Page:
Sunday, 22 June 2014

Quantum Fantay: walking in an unexplored lonely planet

When I was a teenager, I frowned and shivered every time I heard the term “electronic music”. I did not like it, at all. I hated it, actually. Nowadays, well, it’s not that I’m a big fan, but I’ve come to appreciate certain music that has some electronic elements (not properly electronic music, though).

Perhaps my favourite electronic-ish band is Quantum Fantay, a Belgian band that was formed about ten years ago in Lokeren. Describing them is a quest worthy of being told in the most epic stories and timeless songs. The shortest way would be something like “have you ever listened to Ozric Tentacles? Yes? Well that’s it”. This is obviously not really true; although I’ve barely started listening to Ozric Tentacles, a band twenty years older, I can hear the differences (maybe the Ozric guys’ music sounds better when you’re high on mushrooms? Nah, joking, I can’t really explain), and for the moment, I prefer Quantum Fantay, although both are good.

The official term used is, I believe, “space rock”. It’s instrumental music and the lineup, in this specific case, is the classical rock one, except the synths (these are some heavy ones!) play a vital part, and you can occasionally hear a flute (if there’s a flute involved, it should be good). Ok wait, I’m wrong. There’s more stuff. The current lineup is the following: Pete Mush, synths and programming; Jaro, bass guitar, djembé, didgeridoo; Gino Bartolini; drums, djembé and other percussion; Dario Frodo, guitars. Then there are Tom Tas (guitars) and Charles Sla (flute) as guests. So as you can see, they use some cool percussion instruments, and let’s face it, who uses a didgeridoo in a rock band? Brilliant!

I’ve been surfing the net a bit to see if I find a proper description of their music style there, and I’d say the most accurate thing I’ve read is that “their music is sounding like a mixture of progressive rock, electronic music, groove, world music and most of all psychedelic rock, it also contains elements of reggae and dub”. I guess that works. Extremely original, don’t you think? I definitely find it that way, and my mind was blown when I started listening to their music. I feel like I am in some kind of science fiction movie, in a very distant planet, walking alone and discovering all sorts of weird plants and animals. And no, I don’t take any drugs while listening to Quantum Fantay (or anything else, ahem). In their facebook page, they list a number of influences, such as Ozric Tentacles (shocked), Hydria Spacefolk (I listened to a couple of their CDs and I didn’t find them that good, but the song Amos Ame is brilliant, like mixing Jethro Tull and psychodelia), Pink Floyd, Porcupine Tree (I have to give those guys a proper listen very soon), Jethro Tull (smart people, these Quantum, yep) and some others. Going back to the beginning of the post, and if you listen to one or two songs, you’ll see this is not electronic music at all, but there are indeed strong electronic elements.

It’s easy to find different tempos and styles inside the same song, but I don’t really know how to differentiate the different albums between them. Excluding their first demo and their two live albums, which I haven’t really bothered to listen, they have five CDs. The first one is called Agapanthusterra, from 2005, which starts with the slow opener T.N.S.F.P. to put us in the mood for some trippy stuff. Lantanasch, Agapanthusterra and the slow and atmospheric Wintershades are simply amazing. I can't find the title track on youtube or grooveshark, sorry, and my laptop is getting old and windows movie maker makes it work like bovine excrement, so I don't think I'm uploading songs on youtube for a while.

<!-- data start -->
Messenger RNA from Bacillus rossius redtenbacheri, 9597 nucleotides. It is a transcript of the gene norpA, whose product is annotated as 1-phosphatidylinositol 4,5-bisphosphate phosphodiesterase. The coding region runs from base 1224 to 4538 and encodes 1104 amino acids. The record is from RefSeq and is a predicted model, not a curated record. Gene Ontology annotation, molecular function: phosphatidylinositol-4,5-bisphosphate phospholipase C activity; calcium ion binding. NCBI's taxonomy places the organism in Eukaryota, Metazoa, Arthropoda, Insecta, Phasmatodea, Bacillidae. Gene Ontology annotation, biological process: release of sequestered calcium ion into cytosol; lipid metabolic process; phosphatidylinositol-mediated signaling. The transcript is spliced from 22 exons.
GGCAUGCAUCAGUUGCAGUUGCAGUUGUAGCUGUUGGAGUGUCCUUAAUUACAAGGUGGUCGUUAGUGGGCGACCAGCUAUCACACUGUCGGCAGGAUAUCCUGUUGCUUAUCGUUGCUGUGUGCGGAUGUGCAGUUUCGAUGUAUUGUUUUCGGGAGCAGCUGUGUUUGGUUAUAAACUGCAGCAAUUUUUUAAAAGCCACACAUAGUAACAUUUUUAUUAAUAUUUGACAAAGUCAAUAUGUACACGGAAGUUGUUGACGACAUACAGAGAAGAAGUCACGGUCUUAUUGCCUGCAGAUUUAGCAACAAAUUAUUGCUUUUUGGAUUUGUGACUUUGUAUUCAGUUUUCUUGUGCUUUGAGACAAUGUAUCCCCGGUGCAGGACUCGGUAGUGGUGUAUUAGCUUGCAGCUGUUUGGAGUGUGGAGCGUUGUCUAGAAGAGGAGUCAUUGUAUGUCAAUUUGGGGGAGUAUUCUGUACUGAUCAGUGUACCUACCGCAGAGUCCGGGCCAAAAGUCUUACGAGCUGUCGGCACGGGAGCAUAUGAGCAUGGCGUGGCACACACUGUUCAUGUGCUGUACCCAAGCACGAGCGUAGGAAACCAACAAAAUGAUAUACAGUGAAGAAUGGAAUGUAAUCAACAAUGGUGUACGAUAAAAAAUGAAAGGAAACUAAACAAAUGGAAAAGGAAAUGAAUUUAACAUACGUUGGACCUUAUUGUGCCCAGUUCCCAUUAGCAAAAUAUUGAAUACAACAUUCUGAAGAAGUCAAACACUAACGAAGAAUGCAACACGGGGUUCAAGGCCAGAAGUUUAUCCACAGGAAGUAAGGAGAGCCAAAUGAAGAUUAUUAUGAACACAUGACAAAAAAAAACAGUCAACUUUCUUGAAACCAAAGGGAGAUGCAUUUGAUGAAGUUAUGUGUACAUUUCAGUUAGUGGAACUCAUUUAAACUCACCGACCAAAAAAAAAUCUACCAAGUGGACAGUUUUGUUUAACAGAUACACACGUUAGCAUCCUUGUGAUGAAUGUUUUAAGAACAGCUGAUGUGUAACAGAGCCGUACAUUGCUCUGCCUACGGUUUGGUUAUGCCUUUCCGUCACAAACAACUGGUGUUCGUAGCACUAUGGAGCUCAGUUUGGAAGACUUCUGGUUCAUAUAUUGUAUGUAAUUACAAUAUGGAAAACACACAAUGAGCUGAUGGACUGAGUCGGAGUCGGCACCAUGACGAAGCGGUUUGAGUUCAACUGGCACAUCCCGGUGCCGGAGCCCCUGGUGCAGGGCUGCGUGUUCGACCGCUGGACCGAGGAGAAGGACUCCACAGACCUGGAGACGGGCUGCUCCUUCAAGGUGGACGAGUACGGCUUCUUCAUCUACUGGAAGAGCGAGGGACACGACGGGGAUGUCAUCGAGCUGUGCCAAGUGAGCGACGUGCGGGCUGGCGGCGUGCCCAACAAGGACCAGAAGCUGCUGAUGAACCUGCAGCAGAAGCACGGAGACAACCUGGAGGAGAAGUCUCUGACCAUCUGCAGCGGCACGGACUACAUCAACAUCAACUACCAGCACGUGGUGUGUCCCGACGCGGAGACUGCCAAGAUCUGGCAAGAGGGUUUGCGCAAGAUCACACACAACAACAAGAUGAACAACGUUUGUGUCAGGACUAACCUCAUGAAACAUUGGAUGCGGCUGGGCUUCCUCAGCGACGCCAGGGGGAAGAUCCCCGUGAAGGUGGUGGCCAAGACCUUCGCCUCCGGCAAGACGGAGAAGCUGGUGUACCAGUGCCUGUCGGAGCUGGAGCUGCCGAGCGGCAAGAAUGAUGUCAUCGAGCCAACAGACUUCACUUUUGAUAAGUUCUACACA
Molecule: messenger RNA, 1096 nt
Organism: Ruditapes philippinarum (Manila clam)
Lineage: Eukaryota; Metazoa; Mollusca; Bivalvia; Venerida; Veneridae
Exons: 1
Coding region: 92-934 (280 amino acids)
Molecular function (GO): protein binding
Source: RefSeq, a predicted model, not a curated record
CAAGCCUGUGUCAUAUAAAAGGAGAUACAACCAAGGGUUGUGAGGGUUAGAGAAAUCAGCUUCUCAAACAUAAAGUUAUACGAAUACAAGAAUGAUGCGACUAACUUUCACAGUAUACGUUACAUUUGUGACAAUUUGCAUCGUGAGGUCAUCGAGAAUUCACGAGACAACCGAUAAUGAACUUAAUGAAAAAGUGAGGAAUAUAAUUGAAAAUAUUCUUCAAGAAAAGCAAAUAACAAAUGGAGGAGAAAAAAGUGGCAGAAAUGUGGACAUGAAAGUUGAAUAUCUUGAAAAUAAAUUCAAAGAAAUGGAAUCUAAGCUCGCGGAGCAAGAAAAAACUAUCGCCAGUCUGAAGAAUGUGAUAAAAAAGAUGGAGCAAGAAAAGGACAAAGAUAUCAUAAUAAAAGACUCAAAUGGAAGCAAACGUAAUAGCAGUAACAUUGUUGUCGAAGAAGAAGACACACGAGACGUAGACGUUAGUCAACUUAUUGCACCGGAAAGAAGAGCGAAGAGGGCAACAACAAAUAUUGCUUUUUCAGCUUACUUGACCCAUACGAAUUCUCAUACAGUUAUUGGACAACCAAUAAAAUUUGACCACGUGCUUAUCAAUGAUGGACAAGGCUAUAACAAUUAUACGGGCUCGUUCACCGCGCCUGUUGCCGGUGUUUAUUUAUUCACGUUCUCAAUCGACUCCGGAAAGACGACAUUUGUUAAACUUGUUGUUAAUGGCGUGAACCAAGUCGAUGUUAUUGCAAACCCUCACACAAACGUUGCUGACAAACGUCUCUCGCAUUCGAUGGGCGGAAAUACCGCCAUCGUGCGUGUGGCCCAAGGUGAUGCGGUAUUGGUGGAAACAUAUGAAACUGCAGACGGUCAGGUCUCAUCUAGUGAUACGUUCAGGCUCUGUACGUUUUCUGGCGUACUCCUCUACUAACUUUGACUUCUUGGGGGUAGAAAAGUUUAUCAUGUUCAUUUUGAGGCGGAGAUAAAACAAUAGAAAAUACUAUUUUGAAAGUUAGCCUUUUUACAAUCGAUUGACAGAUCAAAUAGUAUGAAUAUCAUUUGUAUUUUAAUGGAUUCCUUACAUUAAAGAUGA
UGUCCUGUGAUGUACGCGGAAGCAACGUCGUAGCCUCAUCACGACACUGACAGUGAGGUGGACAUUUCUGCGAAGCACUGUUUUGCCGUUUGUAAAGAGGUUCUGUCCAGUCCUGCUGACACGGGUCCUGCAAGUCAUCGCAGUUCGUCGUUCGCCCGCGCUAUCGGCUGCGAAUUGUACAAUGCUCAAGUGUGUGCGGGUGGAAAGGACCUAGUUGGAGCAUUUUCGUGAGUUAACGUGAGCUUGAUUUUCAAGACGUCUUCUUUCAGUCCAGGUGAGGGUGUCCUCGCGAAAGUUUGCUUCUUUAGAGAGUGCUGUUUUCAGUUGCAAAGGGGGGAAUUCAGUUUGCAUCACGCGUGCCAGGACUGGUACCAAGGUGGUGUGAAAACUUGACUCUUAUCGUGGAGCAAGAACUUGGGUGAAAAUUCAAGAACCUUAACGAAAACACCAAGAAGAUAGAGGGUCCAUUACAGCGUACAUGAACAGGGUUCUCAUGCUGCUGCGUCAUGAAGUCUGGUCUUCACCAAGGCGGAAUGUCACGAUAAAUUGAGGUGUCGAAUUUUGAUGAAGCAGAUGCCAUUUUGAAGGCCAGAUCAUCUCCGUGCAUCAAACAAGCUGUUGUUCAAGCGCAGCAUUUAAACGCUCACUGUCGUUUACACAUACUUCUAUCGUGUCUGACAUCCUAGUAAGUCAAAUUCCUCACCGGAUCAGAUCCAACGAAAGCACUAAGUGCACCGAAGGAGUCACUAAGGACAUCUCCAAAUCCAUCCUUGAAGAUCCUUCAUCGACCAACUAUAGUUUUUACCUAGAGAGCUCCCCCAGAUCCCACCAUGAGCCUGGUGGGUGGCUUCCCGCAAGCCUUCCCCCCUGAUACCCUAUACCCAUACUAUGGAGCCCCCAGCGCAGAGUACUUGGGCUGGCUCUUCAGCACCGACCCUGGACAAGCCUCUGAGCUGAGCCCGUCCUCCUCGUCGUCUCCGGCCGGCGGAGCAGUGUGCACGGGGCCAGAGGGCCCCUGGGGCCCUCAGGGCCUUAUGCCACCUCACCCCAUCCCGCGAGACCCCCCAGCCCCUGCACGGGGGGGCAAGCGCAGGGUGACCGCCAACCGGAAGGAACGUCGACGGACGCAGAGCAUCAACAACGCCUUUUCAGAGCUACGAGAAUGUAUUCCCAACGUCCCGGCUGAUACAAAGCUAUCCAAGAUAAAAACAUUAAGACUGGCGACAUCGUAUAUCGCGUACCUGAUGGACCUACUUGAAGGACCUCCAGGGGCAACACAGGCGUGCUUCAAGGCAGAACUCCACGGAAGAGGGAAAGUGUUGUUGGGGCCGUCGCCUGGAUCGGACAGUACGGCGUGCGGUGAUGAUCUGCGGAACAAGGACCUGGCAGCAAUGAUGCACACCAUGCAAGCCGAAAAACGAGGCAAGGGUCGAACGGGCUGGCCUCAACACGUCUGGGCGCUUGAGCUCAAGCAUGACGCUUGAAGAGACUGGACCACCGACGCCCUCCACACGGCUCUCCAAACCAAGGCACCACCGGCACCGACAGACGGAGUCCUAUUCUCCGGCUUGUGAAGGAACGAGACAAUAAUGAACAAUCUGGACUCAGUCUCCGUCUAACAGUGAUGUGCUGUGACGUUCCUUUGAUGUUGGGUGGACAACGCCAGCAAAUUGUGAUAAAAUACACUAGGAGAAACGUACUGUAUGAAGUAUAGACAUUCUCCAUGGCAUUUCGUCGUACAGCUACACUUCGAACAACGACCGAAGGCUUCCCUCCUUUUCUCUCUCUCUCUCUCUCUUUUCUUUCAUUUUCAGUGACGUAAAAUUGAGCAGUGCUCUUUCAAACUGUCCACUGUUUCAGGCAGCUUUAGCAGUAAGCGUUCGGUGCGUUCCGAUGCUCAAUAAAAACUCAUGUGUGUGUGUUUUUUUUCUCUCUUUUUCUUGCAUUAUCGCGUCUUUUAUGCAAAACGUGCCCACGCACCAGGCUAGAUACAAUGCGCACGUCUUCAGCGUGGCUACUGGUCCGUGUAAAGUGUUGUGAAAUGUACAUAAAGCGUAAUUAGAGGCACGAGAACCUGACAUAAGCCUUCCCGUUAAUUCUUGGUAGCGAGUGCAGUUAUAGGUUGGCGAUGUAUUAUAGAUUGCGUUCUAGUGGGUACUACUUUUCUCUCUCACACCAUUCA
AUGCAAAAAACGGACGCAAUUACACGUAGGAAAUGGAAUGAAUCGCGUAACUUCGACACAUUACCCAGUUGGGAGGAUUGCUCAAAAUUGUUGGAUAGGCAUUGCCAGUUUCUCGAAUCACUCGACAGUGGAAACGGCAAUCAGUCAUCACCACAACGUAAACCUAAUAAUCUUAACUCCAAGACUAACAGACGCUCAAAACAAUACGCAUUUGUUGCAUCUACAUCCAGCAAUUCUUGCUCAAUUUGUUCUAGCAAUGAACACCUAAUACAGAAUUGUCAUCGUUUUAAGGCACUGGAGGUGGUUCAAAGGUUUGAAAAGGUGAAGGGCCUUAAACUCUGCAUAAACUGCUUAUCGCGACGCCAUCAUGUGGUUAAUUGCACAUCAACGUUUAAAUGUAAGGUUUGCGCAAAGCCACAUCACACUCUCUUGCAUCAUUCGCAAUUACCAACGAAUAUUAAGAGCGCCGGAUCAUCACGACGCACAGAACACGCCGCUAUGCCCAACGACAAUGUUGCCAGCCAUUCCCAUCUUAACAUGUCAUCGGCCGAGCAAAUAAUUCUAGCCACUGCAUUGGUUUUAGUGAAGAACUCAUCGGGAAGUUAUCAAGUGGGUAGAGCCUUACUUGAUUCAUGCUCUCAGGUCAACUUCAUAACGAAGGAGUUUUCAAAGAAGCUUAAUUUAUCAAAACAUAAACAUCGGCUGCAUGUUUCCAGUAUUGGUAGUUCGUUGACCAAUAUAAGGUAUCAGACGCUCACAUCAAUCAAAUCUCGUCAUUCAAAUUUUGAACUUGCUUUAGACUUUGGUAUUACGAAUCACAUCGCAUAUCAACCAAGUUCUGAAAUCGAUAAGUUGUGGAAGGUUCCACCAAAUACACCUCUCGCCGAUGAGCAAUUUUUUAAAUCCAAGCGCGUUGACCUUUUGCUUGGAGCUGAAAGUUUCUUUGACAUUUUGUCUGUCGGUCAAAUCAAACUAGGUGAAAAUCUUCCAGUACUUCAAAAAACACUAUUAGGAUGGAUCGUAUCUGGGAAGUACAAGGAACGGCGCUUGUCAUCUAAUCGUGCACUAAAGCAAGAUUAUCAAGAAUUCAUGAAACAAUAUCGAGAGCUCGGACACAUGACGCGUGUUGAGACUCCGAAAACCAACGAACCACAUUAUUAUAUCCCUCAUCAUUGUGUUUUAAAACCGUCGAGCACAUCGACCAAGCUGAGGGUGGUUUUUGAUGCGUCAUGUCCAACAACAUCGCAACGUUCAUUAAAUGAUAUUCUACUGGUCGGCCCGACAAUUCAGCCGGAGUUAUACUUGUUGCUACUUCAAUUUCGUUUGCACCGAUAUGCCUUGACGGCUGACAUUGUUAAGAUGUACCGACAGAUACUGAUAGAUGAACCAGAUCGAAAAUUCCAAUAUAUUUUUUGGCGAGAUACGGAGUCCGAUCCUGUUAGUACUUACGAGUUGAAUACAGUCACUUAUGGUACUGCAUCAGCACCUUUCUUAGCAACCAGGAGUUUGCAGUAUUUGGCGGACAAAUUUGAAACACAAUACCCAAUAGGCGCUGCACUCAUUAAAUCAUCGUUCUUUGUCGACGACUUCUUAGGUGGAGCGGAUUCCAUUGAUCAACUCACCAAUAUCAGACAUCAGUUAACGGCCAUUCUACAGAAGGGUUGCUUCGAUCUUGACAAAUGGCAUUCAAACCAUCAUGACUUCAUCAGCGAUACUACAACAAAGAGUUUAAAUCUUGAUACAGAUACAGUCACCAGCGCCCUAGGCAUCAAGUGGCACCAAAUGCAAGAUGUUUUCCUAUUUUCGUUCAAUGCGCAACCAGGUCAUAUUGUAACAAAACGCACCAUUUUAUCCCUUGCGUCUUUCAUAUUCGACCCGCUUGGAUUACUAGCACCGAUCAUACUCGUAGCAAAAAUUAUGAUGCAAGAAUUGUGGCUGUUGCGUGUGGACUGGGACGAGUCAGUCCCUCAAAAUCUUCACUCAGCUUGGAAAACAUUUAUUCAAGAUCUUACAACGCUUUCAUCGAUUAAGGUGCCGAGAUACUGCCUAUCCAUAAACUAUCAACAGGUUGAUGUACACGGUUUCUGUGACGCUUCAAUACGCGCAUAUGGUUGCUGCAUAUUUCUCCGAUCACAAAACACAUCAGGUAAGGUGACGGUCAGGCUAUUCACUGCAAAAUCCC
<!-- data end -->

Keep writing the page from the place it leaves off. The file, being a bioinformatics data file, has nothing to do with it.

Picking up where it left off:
Their second album, Ugisiunsi (2007) is my absolute favourite. Each and every single song there is outstanding, music full of imagination and skill, I can’t get enough of it. Ugisiunsi, Blocktail, Niek Shlut, March of the Buffelario, Autumn Landscapes (another atmospheric track)... damn, the other songs are also excellent. I suggest that if you’re considering listening to this band (I understand most people wouldn’t really like this, and I certainly would have despised it seven or eight years ago), you start with this album. Here's a playlist with the whole thing:

And here are links to March of the Buffelario and Niek Shlut anyway:

Kaleidothrope is their third album (2009), but I’ve just given it a couple of listens, and that was about a year ago. I’m not so thrilled about it, but it’s still good (especially the title track, The Spirit and Zwar Tsych Apy, and no sir, I have no idea of how they choose the names of the songs). Again, I couldn't find the title track on youtube or grooveshark... actually, if there's anyone crazy enough to like this stuff, I'm more than willing to send it by email.

Then there’s Bridges or Kukuriku (2010). Oh by the way, don’t ask me where Kukuriku is, I don’t know, although I guess it's a shop where they sell very good "special" mushrooms. Ok bad joke. The album consists of six relatively long songs (the shortest one is five minutes long, and then there’s another that runs for 7.54. The rest, eight or nine minutes each). As in Ugisiunsi, the whole album is very, very good, but anyway I’d like to highlight Follow The Star - Bridge Two (love the part starting at 4.04), Portable Forest - Bridge Four (amazing beginning, if clubs had that kind of music, I’d go much more often) and Counter Clockwise - Bridge Five, especially the section starting at 2.30.